Chronic stress can increase the risk of developing depression and relapse by inhibiting the production of new neurons [12]. Current treatments for depression and stress-related neurological disorders requires long-term medication and are not effective for all patients, and some patients may have drug resistance or experience side effects [13]. Therefore, it is imperative to find new treatment targets to improve the treatment effectiveness of depression and stress-related neurological disorders.

Our results demonstrate that Atg7-NSC cKO mice are functionally intact by prevention of autophagic death of adult hippocampal NSCs. Understanding the role of autophagic death in the context of chronic stress can provide insights into the mechanisms underlying stress-induced brain disorders and potentially guide the development of new therapeutic strategies to mitigate their impact.



Nestin-CreERT2 transgenic mice were purchased from The Jackson Laboratory and Atg7fl/fl mice were provided by Dr. Myung-Shik Lee (Yonsei University, Korea) with the permission of Dr. Massaki Komatsu (Tokyo Metropolitan Institute of Medical Science, Japan). Nestin-CreERT2 mice were crossed with Atg7fl/fl mice to generate TAM-inducible, NSC-specific, heterozygous conditional knockout mice of Atg7.

TAM injection

TAM (Sigma, T5648) was dissolved in corn oil (Sigma, C8267) with sonication at a concentration of 30 mg/ml until particles were no longer detectable, and was stored at –20 °C. Before injection, TAM was incubated at 80 °C and 7-week-old Atg7fl/+ or Nestin-CreERT2:Atg7fl/+ mice were i.p. injected with 180 mg/kg of TAM three times with a 24-h interval.

Open field test

The apparatus consisted of a square-shaped arena (40 × 40 cm2). Mice were placed facing the center of one of the walls and allowed to explore the apparatus for 20 min. The time spent exploring the central region (20 × 20 cm2 area) and total distance traveled were measured. Data were collected using EthoVision Observer.

Y-maze test

The Y-maze was constructed of white plastic with three arms that extended from a central platform at a 120° angle. Each mouse was placed in the center of the Y-maze and was allowed to explore freely through the maze for 6 min. The sequence and total number of arms entered were recorded using EthoVision Observer. Arm entry was considered to complete when the whole body of the mouse was completely placed within the arm.


After behavior test, mice were anaesthetized with Zoletil (Virbac, 6FX7; 50 mg/kg) and Rompun (Bayer; 10 mg/kg) and perfused with full name (PBS), followed by 4% full name (PFA). Brains were dissected and post-fixed in 4% PFA for 12 h at 4 °C. Brains were then cryoprotected in 30% sucrose (wt/vol) in PBS at 4 °C until they sank to the bottom of the tube and subsequently frozen in optimum cutting temperature (OCT) compound and stored at -80 °C until cryostat sectioning. Frozen block was cut into 40-µm thick coronal sections. Samples were free-floated in PBS and blocked with PBS containing 1% bovine serum albumin and 0.3% Triton X-100 for 1 h at room temperature. After blocking, samples were then incubated with the appropriate primary antibodies (Supplementary Table S1) for 24 h at 4 °C and washed three times for 10 min. Appropriated secondary antibodies were used and incubated in Hoechst33342 dye (1: 10,000) in PBS for 10 min. Sections were then mounted onto glass slide and cover slipped with Fluorescence Mounting Medium (Dako) for microscopic analysis.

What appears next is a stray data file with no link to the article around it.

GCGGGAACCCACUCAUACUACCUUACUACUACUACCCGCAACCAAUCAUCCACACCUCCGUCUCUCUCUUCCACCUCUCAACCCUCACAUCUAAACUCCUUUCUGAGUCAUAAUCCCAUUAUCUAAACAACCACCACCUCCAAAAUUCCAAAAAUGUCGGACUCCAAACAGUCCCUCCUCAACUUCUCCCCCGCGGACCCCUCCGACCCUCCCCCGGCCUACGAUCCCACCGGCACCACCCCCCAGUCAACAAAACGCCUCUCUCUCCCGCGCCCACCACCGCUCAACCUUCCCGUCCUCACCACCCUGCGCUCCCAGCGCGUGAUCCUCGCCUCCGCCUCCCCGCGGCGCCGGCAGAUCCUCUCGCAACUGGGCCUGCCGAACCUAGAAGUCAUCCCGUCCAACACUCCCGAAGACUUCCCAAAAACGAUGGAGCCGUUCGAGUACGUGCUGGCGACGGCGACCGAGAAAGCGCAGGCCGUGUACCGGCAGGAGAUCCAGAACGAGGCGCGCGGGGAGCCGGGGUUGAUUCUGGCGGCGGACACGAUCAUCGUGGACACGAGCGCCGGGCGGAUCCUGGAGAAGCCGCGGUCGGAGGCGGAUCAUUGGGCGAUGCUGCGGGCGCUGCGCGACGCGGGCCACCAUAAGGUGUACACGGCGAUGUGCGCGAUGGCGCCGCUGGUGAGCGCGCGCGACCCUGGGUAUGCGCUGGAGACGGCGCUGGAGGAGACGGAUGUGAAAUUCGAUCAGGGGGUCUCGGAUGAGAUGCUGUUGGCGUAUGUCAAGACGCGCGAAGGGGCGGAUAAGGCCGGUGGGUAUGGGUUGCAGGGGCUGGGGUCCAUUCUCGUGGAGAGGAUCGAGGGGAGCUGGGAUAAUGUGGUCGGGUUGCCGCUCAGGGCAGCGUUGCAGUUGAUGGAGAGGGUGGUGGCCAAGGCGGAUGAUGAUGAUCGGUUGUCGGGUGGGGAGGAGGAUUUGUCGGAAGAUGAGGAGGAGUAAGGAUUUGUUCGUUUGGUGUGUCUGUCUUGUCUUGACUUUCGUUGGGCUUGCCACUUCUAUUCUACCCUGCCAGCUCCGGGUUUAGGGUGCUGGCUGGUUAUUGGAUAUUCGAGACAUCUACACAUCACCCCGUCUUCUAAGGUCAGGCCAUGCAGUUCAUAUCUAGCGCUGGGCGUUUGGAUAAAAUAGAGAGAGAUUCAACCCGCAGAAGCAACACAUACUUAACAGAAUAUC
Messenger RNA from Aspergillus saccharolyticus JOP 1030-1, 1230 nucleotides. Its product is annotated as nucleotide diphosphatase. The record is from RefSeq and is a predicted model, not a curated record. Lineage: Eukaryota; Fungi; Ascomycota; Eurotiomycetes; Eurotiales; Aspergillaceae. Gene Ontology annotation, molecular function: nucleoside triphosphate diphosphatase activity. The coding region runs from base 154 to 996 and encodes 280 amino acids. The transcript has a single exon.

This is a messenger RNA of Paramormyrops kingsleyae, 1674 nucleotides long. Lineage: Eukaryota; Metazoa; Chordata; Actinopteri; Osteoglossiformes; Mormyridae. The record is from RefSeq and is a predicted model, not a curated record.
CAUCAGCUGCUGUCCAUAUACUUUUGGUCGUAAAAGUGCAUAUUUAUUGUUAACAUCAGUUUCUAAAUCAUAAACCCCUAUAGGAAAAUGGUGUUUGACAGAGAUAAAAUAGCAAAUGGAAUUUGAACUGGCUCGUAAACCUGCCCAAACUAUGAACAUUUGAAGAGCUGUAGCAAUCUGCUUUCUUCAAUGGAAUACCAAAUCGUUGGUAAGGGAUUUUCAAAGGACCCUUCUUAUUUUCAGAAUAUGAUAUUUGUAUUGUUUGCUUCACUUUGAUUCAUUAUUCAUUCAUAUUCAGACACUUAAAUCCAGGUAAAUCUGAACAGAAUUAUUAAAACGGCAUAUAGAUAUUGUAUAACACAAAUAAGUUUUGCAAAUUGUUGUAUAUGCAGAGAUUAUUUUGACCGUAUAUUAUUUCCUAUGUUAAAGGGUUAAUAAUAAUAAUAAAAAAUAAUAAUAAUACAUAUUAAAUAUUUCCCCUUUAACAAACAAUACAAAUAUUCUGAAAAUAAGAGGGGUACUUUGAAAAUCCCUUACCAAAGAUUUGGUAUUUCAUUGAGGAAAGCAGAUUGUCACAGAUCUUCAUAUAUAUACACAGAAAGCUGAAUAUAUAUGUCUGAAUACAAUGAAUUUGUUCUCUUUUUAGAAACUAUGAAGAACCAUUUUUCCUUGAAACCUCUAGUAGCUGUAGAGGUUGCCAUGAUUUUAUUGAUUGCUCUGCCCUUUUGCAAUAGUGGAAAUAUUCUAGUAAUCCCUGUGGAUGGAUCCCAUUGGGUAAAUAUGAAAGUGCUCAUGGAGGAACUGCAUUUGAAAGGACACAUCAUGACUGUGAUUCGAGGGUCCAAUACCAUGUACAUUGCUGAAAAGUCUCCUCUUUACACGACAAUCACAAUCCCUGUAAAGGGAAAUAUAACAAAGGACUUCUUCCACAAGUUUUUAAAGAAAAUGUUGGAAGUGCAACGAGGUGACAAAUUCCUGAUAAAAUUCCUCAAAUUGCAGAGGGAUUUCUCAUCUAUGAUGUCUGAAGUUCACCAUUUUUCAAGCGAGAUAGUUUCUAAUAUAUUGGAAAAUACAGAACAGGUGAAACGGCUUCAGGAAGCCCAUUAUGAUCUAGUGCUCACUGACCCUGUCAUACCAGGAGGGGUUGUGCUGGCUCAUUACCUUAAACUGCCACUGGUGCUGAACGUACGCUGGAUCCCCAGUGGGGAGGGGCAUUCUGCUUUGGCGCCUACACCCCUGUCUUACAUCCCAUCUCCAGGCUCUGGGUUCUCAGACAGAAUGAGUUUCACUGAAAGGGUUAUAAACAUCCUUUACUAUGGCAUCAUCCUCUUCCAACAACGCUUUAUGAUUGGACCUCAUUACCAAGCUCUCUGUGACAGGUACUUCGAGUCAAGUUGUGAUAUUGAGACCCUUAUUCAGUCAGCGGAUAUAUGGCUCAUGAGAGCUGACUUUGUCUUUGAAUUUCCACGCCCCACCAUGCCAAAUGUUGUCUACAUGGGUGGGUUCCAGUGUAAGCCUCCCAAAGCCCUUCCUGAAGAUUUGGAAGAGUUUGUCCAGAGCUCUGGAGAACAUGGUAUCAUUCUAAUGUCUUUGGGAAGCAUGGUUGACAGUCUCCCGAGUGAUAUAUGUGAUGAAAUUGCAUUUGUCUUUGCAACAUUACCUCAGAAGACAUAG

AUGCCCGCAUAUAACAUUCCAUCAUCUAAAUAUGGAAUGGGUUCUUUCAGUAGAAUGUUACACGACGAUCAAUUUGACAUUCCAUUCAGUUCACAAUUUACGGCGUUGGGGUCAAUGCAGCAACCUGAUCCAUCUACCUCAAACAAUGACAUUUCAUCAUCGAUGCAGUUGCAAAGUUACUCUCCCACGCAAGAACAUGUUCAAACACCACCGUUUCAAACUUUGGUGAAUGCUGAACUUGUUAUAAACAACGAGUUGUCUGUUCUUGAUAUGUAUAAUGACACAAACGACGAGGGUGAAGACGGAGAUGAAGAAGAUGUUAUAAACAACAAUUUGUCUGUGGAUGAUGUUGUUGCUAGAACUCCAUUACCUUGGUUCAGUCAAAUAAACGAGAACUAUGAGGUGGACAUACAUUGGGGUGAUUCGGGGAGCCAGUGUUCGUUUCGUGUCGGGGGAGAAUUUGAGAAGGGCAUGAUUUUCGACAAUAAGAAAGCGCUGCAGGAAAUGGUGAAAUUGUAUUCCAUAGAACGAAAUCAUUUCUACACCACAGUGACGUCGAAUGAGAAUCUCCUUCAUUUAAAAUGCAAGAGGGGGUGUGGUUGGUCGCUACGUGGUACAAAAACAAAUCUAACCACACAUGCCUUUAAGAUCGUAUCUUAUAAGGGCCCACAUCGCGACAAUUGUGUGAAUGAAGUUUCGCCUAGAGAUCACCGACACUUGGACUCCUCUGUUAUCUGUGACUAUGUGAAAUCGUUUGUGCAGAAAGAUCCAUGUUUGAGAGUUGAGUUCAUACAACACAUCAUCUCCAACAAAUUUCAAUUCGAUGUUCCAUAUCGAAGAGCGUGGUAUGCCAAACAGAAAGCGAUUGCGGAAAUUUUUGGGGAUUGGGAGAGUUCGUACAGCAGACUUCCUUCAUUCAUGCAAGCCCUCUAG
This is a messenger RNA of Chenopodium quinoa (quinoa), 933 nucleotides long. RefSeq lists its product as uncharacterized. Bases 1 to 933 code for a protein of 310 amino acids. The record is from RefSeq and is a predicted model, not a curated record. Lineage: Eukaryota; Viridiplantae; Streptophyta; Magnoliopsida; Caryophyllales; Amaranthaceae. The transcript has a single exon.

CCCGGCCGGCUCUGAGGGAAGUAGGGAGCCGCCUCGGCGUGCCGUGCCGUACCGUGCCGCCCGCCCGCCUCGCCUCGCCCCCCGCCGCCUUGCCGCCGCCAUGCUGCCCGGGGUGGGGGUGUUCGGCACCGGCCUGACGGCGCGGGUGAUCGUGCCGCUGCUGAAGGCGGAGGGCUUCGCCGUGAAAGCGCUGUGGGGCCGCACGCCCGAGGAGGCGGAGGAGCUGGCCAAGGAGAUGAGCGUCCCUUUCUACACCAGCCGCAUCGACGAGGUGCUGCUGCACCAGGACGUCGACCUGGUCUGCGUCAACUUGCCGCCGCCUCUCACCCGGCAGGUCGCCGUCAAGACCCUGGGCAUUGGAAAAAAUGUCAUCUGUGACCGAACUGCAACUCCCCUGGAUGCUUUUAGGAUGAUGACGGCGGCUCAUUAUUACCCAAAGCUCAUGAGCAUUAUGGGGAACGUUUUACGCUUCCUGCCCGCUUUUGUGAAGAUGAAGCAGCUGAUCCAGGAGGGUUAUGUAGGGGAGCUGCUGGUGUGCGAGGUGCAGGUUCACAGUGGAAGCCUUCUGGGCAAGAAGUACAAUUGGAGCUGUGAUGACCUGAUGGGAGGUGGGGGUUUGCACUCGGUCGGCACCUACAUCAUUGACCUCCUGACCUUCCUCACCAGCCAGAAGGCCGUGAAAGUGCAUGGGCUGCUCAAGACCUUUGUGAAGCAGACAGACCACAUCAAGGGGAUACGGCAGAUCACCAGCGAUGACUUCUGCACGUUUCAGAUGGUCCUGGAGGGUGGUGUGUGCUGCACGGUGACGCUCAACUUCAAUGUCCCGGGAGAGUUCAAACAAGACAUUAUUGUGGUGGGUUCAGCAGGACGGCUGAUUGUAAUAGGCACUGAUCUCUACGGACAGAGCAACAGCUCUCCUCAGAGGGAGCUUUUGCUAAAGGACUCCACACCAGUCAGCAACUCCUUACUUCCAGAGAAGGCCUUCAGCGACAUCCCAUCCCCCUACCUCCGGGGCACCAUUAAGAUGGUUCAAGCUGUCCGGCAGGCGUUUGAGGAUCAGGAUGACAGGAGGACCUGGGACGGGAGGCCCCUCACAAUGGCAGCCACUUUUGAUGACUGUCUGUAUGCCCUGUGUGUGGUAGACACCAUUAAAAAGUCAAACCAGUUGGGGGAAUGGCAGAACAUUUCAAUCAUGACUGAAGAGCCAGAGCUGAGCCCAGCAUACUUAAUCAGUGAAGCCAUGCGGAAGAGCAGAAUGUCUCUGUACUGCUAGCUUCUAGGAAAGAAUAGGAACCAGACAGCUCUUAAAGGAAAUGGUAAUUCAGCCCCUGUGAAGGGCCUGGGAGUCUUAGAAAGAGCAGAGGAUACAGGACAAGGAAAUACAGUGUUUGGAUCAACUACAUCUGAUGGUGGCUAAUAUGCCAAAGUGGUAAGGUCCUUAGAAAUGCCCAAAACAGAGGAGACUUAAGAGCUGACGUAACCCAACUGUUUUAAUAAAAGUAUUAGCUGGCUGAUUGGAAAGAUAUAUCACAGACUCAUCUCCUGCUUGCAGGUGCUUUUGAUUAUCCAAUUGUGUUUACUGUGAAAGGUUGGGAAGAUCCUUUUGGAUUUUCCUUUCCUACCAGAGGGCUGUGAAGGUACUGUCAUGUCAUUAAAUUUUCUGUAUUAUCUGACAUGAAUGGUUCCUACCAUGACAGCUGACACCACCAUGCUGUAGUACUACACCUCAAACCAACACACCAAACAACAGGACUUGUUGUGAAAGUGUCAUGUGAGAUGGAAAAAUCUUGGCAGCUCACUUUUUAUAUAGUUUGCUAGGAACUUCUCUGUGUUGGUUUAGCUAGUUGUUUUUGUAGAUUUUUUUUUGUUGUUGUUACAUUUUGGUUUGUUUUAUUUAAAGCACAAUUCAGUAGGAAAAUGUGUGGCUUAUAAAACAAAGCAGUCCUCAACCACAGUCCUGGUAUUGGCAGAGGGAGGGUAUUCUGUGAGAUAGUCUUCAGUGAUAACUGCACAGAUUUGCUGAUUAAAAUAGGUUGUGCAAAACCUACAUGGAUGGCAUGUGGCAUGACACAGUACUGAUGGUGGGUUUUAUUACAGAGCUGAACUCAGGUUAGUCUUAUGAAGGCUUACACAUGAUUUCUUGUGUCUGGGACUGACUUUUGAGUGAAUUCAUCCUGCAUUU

The dentate gyrus from -1.2 mm to -2.8 mm of Bregma and the immunoreactive cells of both hemispheres were counted by dividing the 40-um coronal sections into five stages. The cells were quantified using the optical fractionator method of Stereo Investigator software (MBF Bioscience). For the representative images, medial section of dentate gyrus (bregma − 2.0 mm) was imaged with LSM 780 confocal microscope (Carl Zeiss).


Data were expressed as the mean ± standard error of the mean (SEM) of at least three independent experiments. All analyses were performed with the experimenter blinded to the groups of mice. Statistical significance was determined using two-way ANOVA test followed by Bonferroni’s multiple comparison test. Sample sizes were selected based on preliminary results to ensure proper power. Differences were considered statistically significant at P < 0.05.

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All data generated during this study are included in this article.


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This work was supported by the National Research Foundation of Korea (NRF) grant (2023R1A2C2004377) of the Ministry of Science and ICT of Korea.

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S.C., H.J., and S.-W.Y. conceived and designed the experiments. S.C. and S.-W.Y. wrote the manuscript. S.C., H.J., and J.C. performed the experiments. S.-W.Y. supervised the study. All authors read and approved the final manuscript.

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Correspondence to Seong-Woon Yu.

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Choe, S., Jeong, H., Choi, J. et al. Chronic unpredictable stress induces autophagic death of adult hippocampal neural stem cells. Mol Brain 17, 31 (2024).